Tuesday, May 20, 2008

5 Easy Ways to Improve your Texas Hold'em Game

Texas holdem poker, especially the no-limit variety, is about much more than simply knowing what beats what. It’s about more than understanding the mathematics and odds involved, although that is extremely important as well. To be an effective Texas Hold'em player, you must also understand the psychology of the game, both for yourself and for your opponents. Here are five easy ways to improve your Texas Hold'em game through psychology.

1. Learn to Check Your Ego

Although many Texas Hold'em players on television appear to have tremendous egos, the most successful ones know how to control themselves in this regard. While having extreme self-confidence is definitely an important element in being a consistent winner, if you let that ego control you rather than the other way around, you may be headed for disaster. Ego can cause you to get involved in pots with superior players, or make you play badly in order to put a bad beat on someone who sucked out on you. Once you start to make these kinds of mistakes, you are acting the role of a weak player, even if you are capable of greatness. Make sure your moves at the poker table are always in the service of winning, and not to prove anything to yourself or your opponents.

2. Know Thyself

It’s important to understand what your image is at the poker table and how accurate that is as a representation of your poker self. Many poker players will tell you they have a tight-aggressive image because they know that this is the traditional model of a successful poker player. However, in practice, these players may play much looser or more passively than they realize. Furthermore, it is usually better if your image is somewhat counter to how you actually play, so a true tight-aggressive player might at sometimes prefer to be viewed as a rock so they can steal pots, and other times as a maniac so that they can get paid off when they have the nuts. Be sure you understand what kind of player you really are and how your image plays into that.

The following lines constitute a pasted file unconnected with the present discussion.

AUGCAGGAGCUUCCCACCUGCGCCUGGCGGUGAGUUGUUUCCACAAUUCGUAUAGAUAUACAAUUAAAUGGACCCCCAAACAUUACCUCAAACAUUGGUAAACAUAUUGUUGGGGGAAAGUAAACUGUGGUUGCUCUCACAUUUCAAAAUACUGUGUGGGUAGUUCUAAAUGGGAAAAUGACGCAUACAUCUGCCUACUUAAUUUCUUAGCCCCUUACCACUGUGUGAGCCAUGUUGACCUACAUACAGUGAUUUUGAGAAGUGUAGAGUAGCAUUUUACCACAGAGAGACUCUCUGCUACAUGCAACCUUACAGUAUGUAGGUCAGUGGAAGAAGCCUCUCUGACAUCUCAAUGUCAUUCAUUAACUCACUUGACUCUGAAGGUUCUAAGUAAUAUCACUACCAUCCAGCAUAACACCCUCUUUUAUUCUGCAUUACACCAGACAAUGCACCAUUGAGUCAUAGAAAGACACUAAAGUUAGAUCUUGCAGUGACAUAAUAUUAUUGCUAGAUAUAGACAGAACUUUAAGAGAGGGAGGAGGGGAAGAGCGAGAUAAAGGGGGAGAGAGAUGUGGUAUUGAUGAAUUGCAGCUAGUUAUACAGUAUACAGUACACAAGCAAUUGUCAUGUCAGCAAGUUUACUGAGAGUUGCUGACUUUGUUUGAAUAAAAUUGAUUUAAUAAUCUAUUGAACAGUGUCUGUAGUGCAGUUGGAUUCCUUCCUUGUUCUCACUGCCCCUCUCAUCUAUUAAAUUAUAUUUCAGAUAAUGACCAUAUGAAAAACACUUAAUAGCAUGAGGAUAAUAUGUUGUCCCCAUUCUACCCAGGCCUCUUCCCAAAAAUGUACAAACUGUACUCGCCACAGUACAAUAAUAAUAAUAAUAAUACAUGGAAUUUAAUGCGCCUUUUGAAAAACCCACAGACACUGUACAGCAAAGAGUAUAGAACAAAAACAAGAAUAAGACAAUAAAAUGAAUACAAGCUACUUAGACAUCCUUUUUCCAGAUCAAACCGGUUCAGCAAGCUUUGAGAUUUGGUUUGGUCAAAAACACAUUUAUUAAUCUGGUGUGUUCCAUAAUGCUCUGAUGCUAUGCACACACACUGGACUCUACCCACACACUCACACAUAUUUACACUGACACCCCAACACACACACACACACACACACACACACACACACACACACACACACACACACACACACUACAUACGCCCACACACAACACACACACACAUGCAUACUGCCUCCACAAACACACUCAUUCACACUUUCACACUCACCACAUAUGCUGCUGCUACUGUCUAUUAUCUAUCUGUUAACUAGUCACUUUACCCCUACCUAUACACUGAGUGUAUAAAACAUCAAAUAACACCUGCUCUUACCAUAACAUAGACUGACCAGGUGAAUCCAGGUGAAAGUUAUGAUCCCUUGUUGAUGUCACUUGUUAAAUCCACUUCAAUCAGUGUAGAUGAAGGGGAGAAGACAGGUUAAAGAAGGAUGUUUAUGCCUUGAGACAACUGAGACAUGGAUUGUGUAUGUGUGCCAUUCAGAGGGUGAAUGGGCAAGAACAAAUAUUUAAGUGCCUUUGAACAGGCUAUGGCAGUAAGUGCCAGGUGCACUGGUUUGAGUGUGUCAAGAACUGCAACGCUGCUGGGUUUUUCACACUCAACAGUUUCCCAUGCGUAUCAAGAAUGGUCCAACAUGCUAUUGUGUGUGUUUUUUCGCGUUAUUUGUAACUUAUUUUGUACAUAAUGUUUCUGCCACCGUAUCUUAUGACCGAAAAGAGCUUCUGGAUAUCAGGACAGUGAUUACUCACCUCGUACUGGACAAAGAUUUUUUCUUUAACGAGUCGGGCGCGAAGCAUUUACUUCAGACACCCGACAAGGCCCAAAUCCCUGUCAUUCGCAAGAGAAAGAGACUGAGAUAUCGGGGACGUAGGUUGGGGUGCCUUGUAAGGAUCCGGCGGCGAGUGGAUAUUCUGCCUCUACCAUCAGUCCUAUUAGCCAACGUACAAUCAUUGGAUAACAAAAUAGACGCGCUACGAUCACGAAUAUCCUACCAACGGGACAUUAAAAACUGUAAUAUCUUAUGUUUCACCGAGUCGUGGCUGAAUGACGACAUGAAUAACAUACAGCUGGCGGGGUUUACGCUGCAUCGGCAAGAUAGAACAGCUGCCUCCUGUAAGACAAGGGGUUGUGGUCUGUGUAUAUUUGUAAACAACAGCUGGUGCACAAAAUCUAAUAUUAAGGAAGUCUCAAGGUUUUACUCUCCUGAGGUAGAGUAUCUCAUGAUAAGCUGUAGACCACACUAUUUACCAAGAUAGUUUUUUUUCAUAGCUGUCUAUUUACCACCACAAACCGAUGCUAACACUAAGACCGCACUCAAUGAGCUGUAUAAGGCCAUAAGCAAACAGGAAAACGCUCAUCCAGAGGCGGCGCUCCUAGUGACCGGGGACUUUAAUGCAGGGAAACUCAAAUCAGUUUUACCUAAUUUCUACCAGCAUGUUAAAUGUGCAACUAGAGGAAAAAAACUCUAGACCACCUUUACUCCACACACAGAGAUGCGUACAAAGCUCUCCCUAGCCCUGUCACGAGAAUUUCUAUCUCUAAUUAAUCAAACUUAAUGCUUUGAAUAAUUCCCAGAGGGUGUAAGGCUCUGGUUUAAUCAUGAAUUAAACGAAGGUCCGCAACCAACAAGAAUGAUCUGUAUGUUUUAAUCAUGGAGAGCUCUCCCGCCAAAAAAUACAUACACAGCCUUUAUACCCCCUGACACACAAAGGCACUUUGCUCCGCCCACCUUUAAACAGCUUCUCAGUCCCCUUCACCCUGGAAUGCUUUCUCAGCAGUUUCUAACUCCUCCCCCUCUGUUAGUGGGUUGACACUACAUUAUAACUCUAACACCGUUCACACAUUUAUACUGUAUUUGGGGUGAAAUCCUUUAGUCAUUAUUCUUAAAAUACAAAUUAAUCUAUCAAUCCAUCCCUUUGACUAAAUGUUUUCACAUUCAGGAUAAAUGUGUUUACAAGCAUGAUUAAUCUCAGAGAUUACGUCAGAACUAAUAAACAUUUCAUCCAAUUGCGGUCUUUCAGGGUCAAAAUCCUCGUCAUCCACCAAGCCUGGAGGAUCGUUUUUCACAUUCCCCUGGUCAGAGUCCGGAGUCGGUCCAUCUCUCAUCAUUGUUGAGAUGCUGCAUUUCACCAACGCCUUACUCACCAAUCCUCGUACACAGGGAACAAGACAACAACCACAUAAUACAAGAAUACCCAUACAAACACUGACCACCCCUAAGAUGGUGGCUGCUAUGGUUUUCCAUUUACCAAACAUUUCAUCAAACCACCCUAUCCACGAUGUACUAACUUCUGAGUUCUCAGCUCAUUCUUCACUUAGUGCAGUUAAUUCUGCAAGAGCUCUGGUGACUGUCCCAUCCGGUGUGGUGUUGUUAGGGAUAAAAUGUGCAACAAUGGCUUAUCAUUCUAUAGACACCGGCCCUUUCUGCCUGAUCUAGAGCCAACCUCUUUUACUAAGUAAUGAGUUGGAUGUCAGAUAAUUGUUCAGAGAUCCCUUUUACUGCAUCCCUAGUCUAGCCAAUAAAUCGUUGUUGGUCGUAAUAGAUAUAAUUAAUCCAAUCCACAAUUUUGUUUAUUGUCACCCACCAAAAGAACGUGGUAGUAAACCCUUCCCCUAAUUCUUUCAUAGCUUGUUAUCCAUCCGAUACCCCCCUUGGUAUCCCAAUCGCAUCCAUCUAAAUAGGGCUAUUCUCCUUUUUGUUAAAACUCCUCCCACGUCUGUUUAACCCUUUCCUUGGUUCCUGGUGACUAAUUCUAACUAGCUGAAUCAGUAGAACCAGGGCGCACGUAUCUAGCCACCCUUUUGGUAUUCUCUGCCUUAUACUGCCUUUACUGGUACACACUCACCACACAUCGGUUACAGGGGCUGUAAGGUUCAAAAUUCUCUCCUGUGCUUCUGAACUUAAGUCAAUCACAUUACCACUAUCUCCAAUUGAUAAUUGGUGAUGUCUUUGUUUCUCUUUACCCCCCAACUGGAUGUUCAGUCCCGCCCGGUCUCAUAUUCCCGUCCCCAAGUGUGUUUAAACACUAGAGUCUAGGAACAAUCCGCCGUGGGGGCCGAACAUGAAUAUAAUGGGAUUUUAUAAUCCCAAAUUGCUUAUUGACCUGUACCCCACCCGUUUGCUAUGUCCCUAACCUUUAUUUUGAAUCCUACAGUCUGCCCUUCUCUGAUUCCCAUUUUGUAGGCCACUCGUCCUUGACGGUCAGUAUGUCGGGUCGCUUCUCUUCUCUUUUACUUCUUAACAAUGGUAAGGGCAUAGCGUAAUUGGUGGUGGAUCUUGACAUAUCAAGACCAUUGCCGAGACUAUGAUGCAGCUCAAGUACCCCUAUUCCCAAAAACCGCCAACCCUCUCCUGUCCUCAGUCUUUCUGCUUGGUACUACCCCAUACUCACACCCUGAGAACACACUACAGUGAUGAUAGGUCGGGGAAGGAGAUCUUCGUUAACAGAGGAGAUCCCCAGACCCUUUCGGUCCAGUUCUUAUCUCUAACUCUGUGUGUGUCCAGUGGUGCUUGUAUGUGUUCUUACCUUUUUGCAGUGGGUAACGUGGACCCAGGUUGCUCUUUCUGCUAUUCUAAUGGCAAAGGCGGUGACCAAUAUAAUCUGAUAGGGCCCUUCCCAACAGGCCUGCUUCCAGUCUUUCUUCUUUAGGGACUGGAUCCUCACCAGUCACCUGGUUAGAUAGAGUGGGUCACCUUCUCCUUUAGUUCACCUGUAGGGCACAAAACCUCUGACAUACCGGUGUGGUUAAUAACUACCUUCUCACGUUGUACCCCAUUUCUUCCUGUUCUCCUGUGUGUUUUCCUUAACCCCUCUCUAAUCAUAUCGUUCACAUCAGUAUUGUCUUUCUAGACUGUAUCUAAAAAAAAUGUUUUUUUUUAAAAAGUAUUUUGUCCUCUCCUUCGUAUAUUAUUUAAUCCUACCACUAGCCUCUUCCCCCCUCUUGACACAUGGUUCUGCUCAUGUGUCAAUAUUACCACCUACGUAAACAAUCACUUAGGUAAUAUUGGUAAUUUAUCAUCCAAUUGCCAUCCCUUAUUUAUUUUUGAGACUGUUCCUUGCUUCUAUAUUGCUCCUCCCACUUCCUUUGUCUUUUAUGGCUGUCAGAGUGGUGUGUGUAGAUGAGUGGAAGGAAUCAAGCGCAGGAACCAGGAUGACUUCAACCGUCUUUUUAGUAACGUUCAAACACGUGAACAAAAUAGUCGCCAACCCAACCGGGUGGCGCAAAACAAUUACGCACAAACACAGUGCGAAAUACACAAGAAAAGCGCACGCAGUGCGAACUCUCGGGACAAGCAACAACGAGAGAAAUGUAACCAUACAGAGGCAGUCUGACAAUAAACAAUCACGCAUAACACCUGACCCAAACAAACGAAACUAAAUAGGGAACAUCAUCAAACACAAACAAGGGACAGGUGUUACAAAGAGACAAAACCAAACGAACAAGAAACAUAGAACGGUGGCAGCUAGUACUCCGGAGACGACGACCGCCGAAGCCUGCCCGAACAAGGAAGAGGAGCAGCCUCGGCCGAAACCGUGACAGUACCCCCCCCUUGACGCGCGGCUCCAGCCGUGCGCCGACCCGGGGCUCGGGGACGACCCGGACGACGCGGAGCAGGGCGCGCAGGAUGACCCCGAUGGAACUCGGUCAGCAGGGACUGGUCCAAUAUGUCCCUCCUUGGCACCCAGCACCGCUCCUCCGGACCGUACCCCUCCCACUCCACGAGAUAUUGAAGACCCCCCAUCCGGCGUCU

3. Know Your Opponents

Poker is not a game played in isolation. Each of your opponents at the table will have different tendencies. Even if a player is weak, these tendencies will not necessarily be obvious. You can’t assume a player is a loose-aggressive maniac just because they go all-in the first hand they play. Maybe the player had the nuts and is actually a very tight player. Or maybe they know the particular opponent they were facing in the hand wouldn’t be able to take the heat. Your impressions of players should form gradually over the course of the session, but you should start to try to form them right away.

4. Play the Opponent

You should be thinking about more than just the objective strength of your cards. Your observations of your opponents should give you some idea of the types of hands they are likely to play. When you are in a hand with someone, think about not only what you have, but also what he or she is likely to have and what that means for you.

5. Control the Table

In all games poker it can be a very liberating feeling to take control of a table. Try playing at a lower limit and playing more aggressively, raising whenever you come into a pot and frequently raising and re-raising opponents. The feeling you get when you know the whole table is afraid of you can be tremendously confidence boosting both at and away from the poker table.

Guest Article provided by PokerJunkie.com


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Pud's Poker said...

Great article there, many true words written.

I especially agree with number five. I always say to myself when playing, "be the one asking the questions not answering them"

Poker Rakeback said...

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